Tintoretto’s Washing of the Feet

October 24th 2020

“The Washing of the Feet”,  Tintoretto, c.1547-48, Museo del Prado, Madrid.   You can see this picture in higher resolution on the Prado website at

Tintoretto painted this scene for the righthand wall of the apse of the Church of San Marcuola in Venice.  This large picture is to be viewed from the righthand side as it would have been seen in situ.  For the lefthand wall of the apse, he painted a companion piece showing the Last Supper which is still in San Marcuola.  He includes the Last Supper in this picture too.  It is through the arch just above the head of Christ. It should be mentioned that Tintoretto painted another very similar version of this same scene because it now hangs in the Shipley Art Gallery in Gateshead.  On the extreme right and nearest the viewer,  Christ kneels with a towel around his waist.  He is  about to wash St Peter’s feet.  On the far left, one of the Twelve is putting on his sandals.   Sometimes this figure is identified as Judas but, if so, there is no reference here to his betrayal of Jesus.  Like all the others, he is shown with a halo.  

But it is what is happening in the background of this painting which is most intriguing.  First, there is the strangely grandiose architectural setting.  Secondly, there is the odd way he shows the Apostles.  They are shown as ordinary lower class Venetians, who look out of place in this grand palace.  One critic said that they looked like a bunch of gondoliers, and perhaps they do! While some of them sit at a table others are overly concerned with their leggings.  The one standing to the right of the table is shown trying to pull on a legging, while another pair have got down on the floor,  as one attempts to pull off a legging from the other.  It is not very dignified.      

In fact, there are many ways to view this picture and it is likely that Tintoretto intended it to be seen differently by different people.  “Tintoretto” was a nick name he had been given. It meant “little dyer”.  He was given this nickname because his father was a dyer of silk.  This would suggest that his origins were humble.  But just how humble his origins were is not known.  But this story about his origins suited him. He adopted his nickname and signed himself  as “Tintoretto”.  It is worth noting that he got many of his commissions from parish confraternities, whose members were ordinary Venetians.   To show the Apostles as ordinary fishermen may have been so that members of a confraternity could more easily identify with these first disciples. The seemingly comic attempt of one Apostle to remove the other’s legging might have been seen by them as a simple act of fraternal charity.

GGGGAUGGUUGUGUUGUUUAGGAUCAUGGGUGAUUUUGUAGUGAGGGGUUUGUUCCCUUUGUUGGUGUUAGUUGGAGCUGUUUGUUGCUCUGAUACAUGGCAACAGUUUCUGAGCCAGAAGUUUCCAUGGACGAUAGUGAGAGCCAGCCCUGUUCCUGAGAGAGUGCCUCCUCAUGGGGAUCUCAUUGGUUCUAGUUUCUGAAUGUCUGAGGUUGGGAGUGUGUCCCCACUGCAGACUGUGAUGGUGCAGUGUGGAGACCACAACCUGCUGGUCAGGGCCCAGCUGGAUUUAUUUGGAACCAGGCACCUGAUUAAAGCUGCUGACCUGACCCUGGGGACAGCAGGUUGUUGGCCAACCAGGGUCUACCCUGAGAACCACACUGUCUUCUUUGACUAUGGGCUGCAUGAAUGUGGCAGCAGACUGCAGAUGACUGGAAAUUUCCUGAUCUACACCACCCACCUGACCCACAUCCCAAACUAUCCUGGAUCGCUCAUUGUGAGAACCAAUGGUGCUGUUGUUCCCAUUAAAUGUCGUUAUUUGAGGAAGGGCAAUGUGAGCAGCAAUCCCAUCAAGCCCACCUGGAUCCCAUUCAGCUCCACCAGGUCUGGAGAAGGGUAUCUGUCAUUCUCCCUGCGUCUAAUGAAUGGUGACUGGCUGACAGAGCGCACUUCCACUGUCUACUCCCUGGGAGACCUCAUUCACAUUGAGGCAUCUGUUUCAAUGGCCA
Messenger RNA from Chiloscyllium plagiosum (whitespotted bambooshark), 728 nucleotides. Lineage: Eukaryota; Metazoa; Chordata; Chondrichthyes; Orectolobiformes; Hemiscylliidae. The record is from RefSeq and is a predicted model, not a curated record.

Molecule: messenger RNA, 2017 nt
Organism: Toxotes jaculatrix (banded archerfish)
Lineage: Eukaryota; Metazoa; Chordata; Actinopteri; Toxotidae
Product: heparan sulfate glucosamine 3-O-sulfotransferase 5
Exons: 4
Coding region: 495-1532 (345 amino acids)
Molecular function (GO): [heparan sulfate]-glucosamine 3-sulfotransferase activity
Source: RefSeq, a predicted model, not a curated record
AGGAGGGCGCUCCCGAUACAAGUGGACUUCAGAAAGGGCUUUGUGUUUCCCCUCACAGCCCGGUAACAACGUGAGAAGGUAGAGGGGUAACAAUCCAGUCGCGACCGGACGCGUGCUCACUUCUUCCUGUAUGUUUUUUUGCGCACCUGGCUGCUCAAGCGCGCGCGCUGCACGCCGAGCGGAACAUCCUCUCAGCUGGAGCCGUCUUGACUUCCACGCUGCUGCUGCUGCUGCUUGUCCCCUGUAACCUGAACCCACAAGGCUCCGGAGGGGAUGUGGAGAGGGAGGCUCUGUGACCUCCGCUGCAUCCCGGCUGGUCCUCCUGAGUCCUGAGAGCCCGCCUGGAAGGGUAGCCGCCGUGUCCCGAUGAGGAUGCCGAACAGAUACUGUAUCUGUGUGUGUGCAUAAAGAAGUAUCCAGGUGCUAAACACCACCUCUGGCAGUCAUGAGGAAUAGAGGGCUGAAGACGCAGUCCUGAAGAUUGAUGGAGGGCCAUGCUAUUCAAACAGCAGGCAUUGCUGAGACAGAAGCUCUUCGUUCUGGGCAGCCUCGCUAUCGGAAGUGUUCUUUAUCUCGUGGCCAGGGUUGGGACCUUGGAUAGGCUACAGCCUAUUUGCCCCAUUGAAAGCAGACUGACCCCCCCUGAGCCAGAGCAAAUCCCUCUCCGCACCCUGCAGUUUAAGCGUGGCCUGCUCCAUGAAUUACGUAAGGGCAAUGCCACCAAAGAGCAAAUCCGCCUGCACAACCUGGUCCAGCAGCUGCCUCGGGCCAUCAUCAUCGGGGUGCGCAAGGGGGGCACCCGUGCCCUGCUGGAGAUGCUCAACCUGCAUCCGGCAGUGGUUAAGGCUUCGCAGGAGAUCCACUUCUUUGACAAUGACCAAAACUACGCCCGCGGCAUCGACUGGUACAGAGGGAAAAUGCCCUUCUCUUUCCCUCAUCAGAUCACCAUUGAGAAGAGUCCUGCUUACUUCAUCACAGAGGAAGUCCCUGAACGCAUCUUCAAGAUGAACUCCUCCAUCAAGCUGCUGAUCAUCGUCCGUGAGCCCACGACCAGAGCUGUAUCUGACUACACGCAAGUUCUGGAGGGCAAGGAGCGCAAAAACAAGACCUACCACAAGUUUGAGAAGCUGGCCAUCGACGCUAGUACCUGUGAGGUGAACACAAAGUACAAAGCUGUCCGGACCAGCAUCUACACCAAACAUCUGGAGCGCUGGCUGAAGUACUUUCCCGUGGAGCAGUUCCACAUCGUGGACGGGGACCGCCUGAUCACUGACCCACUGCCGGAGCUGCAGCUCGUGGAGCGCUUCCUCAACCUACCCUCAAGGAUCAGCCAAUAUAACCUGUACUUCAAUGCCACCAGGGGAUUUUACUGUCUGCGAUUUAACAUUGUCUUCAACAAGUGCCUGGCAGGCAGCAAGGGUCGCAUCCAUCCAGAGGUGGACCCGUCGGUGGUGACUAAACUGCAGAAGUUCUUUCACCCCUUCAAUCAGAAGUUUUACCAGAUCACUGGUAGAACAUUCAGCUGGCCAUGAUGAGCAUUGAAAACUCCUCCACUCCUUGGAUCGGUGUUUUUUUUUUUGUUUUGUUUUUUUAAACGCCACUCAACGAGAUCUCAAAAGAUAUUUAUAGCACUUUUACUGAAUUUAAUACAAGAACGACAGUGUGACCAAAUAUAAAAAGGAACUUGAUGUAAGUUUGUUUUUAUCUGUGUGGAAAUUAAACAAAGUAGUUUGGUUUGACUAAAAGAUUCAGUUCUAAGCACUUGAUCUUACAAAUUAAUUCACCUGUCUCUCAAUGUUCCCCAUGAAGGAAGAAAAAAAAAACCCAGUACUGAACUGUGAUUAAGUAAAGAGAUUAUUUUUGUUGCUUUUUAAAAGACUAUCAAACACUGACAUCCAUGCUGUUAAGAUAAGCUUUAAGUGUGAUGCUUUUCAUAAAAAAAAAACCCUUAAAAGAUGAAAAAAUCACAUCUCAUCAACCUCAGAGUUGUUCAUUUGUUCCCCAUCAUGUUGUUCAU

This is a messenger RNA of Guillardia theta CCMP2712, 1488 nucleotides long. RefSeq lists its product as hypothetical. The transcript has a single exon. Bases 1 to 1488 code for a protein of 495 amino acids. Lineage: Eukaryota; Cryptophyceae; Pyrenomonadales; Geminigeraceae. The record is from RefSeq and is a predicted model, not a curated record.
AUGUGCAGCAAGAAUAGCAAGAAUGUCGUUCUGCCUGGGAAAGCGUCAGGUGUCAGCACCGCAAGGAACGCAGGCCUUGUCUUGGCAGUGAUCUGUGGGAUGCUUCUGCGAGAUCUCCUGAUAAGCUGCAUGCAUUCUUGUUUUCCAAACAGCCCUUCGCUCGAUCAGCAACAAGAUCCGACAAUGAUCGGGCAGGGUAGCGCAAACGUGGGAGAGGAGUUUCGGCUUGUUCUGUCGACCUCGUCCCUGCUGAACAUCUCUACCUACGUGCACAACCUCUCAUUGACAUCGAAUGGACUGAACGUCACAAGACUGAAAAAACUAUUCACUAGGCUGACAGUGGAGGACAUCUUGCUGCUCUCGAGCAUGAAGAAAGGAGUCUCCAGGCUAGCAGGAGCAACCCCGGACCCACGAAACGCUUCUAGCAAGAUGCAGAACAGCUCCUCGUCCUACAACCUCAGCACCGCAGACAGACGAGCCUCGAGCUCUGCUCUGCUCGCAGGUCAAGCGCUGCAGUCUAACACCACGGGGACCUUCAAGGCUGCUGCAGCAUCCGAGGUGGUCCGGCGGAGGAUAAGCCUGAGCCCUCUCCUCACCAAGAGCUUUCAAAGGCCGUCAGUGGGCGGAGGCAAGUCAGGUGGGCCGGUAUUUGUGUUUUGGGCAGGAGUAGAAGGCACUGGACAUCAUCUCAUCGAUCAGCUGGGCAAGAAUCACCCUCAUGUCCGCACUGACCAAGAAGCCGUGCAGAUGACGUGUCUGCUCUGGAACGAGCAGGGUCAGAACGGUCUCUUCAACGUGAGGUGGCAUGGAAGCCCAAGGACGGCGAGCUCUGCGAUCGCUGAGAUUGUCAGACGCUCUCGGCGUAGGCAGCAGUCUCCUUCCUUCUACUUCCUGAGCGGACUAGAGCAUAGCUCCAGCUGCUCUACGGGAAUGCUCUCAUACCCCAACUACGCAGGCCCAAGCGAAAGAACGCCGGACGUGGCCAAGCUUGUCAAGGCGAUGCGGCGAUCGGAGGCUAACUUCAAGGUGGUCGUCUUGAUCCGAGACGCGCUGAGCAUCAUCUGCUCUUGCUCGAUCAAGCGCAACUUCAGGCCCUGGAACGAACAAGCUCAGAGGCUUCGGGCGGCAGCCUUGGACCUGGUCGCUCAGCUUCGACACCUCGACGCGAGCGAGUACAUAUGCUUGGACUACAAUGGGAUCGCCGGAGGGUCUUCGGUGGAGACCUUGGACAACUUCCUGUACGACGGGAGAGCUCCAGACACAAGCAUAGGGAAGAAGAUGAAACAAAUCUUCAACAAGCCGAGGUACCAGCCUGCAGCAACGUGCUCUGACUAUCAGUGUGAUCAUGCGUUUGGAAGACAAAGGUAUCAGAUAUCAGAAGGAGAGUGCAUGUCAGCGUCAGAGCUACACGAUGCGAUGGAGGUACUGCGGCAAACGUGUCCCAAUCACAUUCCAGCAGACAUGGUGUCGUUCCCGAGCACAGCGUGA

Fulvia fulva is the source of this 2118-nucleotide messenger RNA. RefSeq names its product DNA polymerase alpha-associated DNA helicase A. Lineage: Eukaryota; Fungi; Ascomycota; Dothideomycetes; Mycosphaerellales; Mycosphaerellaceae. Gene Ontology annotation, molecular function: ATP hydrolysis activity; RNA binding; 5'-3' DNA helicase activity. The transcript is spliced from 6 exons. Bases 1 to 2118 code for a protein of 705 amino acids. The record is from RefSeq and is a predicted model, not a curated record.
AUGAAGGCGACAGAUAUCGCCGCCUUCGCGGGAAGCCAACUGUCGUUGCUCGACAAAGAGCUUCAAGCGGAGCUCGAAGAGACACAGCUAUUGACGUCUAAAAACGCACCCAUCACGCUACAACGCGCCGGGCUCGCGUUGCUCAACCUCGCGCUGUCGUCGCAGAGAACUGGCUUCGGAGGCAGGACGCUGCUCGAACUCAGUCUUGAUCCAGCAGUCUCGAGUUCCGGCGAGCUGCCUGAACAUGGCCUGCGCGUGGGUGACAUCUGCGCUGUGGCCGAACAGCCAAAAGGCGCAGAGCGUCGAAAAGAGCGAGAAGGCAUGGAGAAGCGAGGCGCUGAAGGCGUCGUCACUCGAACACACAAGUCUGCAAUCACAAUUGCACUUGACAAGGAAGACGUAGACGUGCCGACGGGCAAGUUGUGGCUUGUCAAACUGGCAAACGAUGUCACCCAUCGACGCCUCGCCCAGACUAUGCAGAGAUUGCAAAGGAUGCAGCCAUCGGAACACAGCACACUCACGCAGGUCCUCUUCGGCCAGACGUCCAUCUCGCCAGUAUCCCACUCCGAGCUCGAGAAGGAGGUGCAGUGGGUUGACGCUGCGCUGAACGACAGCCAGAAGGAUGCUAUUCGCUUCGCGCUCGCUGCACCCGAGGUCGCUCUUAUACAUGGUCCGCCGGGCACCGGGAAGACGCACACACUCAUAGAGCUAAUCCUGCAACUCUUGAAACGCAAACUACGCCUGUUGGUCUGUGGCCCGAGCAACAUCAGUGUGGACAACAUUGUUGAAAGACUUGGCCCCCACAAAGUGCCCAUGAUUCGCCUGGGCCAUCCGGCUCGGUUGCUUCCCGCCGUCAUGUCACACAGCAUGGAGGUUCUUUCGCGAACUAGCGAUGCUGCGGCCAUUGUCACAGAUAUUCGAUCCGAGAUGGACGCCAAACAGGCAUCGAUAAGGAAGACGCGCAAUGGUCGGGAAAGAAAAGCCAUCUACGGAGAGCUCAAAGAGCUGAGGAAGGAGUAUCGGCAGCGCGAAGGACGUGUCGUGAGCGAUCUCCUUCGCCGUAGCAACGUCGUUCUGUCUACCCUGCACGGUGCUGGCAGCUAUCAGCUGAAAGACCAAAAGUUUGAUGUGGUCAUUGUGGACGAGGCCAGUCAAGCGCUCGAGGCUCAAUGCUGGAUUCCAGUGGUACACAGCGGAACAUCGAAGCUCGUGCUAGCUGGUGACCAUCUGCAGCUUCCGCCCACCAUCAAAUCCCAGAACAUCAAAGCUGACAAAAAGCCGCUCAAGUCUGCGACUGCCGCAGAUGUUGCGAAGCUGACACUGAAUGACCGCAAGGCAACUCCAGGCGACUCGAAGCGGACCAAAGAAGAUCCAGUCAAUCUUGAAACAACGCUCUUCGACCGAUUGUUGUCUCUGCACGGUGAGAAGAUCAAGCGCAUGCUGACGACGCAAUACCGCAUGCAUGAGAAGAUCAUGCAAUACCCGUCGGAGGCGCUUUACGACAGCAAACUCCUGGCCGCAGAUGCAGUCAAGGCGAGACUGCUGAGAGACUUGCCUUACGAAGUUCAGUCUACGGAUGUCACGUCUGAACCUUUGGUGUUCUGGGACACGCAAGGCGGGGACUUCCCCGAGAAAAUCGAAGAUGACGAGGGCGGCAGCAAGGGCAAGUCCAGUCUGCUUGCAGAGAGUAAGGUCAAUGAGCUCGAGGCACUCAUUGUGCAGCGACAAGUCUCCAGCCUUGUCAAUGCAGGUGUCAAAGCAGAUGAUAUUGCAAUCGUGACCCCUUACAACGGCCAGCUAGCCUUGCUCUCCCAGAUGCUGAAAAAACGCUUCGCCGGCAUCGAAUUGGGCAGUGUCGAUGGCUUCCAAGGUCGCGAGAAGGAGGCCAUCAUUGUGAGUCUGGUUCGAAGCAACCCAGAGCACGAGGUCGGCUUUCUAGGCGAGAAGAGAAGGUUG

The city of Venice itself was believed to have originated as a small settlement of fishing folk, who were said to have lived together in equality.  Venice was a republic and some contemporary writers, with whom Tintoretto had links, made the connection between the democratic republic and this founding myth.   In their writing they often portrayed ordinary folk as comic figures, but this did not preclude such characters from speaking wisely and with moral authority.  Tintoretto may have sought to achieve in paint what they achieved in ink.  It is no accident that the grand architectural setting looks like a theatre set.  In fact, it is taken from a contemporary illustration of a theatrical scene.  The antics of Apostles in the background do look like they might be from a comic scene on stage.  But to my eye at least, this grand vista brings out the contrast between the wealth and sophistication of Sixteenth Century Venice and the humble simplicity of the first fishers of men.  But what Tintoretto was up to in the way he shows the Apostles in this work remains a matter for speculation.   We celebrate the Feast of the Apostles Simon and Jude this coming Wednesday.  

Tintoretto’s Washing of the Feet

Edinburgh Catholic Chaplaincy

The Catholic Chaplaincy serves the students and staff of the University of Edinburgh, Edinburgh Napier University and Queen Margaret University.

The Catholic Chaplaincy is also a parish of the Archdiocese of St Andrews and Edinburgh (the Parish of St Albert the Great) and all Catholic students and staff are automatically members of this parish.

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